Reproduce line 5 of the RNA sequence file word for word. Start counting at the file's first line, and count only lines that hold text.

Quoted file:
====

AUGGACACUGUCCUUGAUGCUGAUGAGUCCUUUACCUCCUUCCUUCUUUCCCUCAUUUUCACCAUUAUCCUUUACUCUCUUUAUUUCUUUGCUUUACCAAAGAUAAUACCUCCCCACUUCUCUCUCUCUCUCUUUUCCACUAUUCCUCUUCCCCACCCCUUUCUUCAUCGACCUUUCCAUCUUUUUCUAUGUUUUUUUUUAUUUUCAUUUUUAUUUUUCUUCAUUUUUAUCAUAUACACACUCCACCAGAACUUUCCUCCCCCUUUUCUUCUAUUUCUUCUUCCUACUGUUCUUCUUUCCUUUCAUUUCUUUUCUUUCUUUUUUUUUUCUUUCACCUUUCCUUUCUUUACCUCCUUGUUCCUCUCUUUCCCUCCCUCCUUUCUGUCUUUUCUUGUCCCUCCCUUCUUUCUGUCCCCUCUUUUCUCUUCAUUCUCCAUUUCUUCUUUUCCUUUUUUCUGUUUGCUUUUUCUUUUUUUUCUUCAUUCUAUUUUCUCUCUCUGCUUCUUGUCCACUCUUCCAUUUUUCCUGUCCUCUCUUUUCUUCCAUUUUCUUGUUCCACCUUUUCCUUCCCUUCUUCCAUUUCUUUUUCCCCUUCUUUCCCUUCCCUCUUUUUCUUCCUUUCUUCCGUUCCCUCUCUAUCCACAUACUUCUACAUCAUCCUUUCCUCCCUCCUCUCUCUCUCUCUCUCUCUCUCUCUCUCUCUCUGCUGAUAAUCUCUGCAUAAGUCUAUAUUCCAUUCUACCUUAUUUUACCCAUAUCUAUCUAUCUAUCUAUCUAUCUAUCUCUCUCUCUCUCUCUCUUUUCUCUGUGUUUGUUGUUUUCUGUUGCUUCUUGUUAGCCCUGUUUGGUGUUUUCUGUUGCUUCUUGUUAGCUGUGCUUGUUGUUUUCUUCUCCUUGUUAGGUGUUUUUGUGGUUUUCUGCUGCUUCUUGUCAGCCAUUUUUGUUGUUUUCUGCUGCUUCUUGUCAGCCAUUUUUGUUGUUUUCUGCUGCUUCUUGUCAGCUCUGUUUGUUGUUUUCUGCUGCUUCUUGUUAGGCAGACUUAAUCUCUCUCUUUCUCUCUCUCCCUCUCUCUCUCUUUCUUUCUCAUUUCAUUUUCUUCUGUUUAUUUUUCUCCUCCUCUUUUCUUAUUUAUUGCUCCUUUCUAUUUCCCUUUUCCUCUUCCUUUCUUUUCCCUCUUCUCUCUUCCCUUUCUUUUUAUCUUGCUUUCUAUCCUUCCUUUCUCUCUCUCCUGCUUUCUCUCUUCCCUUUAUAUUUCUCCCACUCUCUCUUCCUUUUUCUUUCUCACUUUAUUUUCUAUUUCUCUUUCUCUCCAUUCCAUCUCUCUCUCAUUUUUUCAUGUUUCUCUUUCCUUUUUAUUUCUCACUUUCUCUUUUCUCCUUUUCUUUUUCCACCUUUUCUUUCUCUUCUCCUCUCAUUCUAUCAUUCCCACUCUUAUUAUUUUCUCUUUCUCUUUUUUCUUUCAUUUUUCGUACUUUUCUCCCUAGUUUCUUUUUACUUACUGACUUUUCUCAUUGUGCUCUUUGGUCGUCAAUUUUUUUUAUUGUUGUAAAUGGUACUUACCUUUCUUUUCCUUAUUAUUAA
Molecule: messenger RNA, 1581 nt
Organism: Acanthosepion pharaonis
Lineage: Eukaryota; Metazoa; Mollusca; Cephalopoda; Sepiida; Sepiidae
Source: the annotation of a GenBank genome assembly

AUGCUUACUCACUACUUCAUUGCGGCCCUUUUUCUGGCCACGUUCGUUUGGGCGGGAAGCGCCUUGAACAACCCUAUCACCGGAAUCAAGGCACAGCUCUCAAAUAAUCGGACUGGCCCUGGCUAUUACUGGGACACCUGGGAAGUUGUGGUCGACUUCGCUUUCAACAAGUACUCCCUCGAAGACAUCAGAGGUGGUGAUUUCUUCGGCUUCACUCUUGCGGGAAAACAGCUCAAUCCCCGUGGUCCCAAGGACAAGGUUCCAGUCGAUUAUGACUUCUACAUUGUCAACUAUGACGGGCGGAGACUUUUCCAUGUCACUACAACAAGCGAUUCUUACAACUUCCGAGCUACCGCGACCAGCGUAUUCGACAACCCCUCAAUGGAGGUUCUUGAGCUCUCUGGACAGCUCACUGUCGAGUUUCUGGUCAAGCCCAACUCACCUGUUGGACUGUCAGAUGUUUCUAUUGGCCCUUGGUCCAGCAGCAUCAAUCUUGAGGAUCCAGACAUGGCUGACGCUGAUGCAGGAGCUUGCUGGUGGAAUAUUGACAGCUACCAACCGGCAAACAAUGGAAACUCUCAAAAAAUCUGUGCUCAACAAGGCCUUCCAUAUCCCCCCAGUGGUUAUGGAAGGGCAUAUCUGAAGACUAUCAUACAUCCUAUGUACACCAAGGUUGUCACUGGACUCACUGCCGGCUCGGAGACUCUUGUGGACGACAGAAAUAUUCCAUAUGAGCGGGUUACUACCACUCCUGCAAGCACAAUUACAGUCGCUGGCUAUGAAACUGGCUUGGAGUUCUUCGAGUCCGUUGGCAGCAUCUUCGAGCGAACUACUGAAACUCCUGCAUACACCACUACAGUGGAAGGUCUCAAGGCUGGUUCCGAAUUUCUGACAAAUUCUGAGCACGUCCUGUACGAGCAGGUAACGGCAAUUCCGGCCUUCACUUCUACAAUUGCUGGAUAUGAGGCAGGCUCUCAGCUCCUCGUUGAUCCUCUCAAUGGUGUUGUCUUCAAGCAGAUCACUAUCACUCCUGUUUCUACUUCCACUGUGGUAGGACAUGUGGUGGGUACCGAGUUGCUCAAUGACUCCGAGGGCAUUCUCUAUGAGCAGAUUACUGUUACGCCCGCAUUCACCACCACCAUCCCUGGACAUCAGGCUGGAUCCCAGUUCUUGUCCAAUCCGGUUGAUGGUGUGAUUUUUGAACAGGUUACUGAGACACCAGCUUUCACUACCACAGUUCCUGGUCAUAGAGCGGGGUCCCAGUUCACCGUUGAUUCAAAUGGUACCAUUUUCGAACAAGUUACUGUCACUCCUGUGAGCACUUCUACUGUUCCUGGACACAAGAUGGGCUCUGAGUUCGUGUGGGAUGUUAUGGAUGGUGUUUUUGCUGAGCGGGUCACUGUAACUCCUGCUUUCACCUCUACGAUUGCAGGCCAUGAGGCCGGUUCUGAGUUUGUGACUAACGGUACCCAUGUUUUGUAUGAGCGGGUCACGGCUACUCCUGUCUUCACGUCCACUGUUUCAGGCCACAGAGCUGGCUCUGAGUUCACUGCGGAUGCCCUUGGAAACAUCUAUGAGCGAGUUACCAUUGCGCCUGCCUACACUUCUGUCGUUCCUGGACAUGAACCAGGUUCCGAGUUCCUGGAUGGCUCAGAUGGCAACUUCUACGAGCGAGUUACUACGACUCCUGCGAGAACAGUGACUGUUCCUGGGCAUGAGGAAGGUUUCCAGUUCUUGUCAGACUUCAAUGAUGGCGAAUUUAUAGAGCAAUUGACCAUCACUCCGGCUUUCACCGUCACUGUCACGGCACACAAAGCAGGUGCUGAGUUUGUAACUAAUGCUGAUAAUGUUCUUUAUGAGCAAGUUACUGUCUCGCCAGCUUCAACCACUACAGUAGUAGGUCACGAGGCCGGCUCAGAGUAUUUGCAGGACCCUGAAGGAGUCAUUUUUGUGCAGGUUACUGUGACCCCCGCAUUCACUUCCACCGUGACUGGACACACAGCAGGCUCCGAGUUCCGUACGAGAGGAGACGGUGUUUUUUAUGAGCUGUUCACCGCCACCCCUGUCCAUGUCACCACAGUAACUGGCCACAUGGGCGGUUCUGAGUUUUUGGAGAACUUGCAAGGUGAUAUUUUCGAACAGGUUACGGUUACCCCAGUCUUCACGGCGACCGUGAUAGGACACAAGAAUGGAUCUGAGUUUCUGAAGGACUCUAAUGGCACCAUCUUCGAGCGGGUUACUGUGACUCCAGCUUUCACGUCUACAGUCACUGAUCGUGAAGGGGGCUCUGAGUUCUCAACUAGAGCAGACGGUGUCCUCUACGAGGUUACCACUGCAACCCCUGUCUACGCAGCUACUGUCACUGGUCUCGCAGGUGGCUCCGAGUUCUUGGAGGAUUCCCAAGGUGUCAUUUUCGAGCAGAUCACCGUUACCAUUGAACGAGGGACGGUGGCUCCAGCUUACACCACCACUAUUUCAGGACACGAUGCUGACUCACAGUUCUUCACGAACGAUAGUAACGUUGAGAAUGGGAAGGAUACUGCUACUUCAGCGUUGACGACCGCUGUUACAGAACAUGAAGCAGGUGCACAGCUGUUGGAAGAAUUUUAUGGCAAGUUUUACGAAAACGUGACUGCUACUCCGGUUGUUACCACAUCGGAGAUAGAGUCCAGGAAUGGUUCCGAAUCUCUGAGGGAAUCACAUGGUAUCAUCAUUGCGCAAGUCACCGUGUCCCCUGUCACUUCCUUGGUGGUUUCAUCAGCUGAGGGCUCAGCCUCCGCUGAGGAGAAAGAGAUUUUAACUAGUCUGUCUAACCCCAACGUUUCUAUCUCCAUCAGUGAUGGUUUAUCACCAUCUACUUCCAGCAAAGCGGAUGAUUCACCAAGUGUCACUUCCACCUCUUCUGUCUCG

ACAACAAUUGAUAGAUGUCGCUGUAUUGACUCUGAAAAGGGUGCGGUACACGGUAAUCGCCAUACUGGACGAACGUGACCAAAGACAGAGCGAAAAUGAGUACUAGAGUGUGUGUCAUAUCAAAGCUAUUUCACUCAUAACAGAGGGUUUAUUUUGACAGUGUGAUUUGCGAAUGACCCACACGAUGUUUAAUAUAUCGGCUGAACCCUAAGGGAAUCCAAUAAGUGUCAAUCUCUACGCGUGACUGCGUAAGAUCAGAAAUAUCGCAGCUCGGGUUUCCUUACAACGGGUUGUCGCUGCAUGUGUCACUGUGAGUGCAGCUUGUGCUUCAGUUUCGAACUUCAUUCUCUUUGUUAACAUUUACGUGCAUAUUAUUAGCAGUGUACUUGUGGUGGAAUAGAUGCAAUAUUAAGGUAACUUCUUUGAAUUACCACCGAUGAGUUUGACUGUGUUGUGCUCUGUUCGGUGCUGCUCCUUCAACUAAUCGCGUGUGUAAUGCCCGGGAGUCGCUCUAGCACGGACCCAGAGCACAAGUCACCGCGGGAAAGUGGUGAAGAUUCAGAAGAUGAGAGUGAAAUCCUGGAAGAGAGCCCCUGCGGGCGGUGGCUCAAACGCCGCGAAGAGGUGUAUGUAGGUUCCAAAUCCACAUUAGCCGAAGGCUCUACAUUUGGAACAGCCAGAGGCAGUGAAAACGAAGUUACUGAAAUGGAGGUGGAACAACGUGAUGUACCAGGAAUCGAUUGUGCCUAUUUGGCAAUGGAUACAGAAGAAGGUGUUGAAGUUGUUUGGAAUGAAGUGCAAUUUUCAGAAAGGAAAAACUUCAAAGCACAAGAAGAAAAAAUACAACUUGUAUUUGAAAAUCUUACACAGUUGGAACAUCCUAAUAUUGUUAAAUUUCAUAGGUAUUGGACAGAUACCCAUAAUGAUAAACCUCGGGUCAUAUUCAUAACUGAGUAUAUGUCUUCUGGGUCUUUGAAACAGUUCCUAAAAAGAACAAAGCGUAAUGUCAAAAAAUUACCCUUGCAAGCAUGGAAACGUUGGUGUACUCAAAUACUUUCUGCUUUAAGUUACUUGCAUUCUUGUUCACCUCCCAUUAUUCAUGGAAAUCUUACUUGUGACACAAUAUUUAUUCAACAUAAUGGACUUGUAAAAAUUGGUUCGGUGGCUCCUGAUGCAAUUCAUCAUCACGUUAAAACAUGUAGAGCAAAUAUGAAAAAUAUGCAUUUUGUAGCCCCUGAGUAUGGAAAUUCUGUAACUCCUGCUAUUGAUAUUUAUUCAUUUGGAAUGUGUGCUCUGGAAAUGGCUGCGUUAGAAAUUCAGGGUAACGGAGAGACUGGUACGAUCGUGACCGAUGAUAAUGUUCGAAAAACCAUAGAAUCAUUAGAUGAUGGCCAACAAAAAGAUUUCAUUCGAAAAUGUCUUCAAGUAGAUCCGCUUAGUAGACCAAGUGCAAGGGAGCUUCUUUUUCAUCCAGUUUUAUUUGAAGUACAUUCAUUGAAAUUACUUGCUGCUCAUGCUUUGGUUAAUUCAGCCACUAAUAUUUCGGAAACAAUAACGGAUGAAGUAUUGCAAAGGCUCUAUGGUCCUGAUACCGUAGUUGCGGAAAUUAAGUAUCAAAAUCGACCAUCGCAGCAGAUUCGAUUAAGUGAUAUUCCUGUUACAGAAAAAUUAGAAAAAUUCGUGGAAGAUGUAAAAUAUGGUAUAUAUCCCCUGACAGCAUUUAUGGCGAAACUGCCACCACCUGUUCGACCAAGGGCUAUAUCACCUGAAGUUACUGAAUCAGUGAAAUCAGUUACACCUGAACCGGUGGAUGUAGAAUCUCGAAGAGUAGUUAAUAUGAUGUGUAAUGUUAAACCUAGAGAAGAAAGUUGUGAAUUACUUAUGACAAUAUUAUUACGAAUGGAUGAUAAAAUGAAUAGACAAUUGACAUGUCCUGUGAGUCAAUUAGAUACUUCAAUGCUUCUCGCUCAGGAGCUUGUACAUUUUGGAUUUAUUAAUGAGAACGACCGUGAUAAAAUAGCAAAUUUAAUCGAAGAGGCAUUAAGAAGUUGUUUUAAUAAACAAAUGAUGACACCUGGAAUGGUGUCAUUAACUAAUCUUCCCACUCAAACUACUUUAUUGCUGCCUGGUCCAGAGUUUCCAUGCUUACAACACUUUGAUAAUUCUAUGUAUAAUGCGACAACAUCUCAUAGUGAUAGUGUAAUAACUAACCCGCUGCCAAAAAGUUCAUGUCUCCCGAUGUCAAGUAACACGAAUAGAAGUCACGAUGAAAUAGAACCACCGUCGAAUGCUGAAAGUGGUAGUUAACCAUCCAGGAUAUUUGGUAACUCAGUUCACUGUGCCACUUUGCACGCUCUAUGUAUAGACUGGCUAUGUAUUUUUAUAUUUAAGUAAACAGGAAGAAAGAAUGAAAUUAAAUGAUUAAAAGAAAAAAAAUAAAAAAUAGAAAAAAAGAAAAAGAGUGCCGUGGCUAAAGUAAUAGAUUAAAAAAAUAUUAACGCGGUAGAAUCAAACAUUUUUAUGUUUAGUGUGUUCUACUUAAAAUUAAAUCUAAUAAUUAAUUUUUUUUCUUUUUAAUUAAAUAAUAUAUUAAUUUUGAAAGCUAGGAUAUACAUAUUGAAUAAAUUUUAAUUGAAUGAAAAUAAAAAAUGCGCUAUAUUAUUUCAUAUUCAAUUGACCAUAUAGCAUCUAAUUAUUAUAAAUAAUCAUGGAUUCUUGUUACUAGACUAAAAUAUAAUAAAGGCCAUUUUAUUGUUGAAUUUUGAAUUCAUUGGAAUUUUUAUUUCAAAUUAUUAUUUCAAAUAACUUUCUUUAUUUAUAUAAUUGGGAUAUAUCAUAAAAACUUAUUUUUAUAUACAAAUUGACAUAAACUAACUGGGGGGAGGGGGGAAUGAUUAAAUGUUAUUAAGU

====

Source: the annotation of a GenBank genome assembly